# Upper triangular determinants

Given that $$A= \begin{bmatrix} 1&211&311&327&337\\ 0&2&427&438&491\\ 0&0&3&547&551\\ 0&0&0&2&672\\ 0&0&0&0&3 \end{bmatrix}$$ Find $$|2A^{-1}+I_5|$$. The solution is $$\frac{100}{3}$$ but I can't figure out how to do it. Any hints? My best guess is to use properties of the determinants of upper triangular matrices, but then I got lost in the algebra...

• $2A^{-1}+I_5$ is upper triangular. The off diagonal terms of $A$ are irrelevant. Aug 10 at 13:13
• Eigenvalues of triangular matrices are on the diagonal Aug 10 at 13:14

As one comment notes, the fact that the $$A^{-1}$$ is upper triangular should be sufficient to figure things out.

Alternatively, here's an approach that doesn't require this knowledge or a familiarity with the idea of eigenvalues; it only requires that you know how to find the determinant of an upper triangular matrix. We have $$|2A^{-1} + I| = |(2I + A)A^{-1}| = |2I + A| \cdot |A^{-1}| = \frac{|2I + A|}{|A|}.$$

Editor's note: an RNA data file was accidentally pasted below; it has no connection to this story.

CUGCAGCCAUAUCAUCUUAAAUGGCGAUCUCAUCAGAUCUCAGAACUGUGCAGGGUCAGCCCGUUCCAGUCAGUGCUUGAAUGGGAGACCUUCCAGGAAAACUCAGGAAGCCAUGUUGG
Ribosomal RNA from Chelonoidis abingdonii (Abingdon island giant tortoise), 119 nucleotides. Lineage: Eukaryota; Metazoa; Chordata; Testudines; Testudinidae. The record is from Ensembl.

Hints:

1. Eigenvalues of an upper triangular matrix are precisely the entries of the main diagonal.

2. If $$A$$ is invertible then $$\lambda$$ is an eigenvalue of $$A$$ iff $$\frac{1}{\lambda}$$ is an eigenvalue of $$A^{-1}$$

3. Eigenvalues are polynomial invariant i.e $$\lambda$$ is an eigenvalue of $$A$$ implies $$p(\lambda)$$ is an eigenvalue of $$p(A)$$ where $$p(x) \in K[x]$$

4. $$\det A$$ is the product of all eigenvalues taking care of multiplicity.

Eigenvalues of $$A$$ are $$1, 2,3,2,3$$.

Hence eigenvalues of $$A^{-1}$$ are $$1, \frac{1}{2}, \frac{1}{3}, \frac{1}{2}, \frac{1}{3}$$

Now eigenvalues of $$2A^{-1}+I_5$$ are $$2\cdot 1+1, 2\cdot\frac{1}{2}+1, 2\cdot \frac{1}{3}+1, 2\cdot\frac{1}{2}+1, 2\cdot\frac{1}{3}+1$$

\begin{align}&|2A^{-1}+I_5|\\&=3\cdot 2\cdot \frac{5}{3}\cdot 2\cdot \frac{5}{3}\\&=\frac{100}{3}\end{align}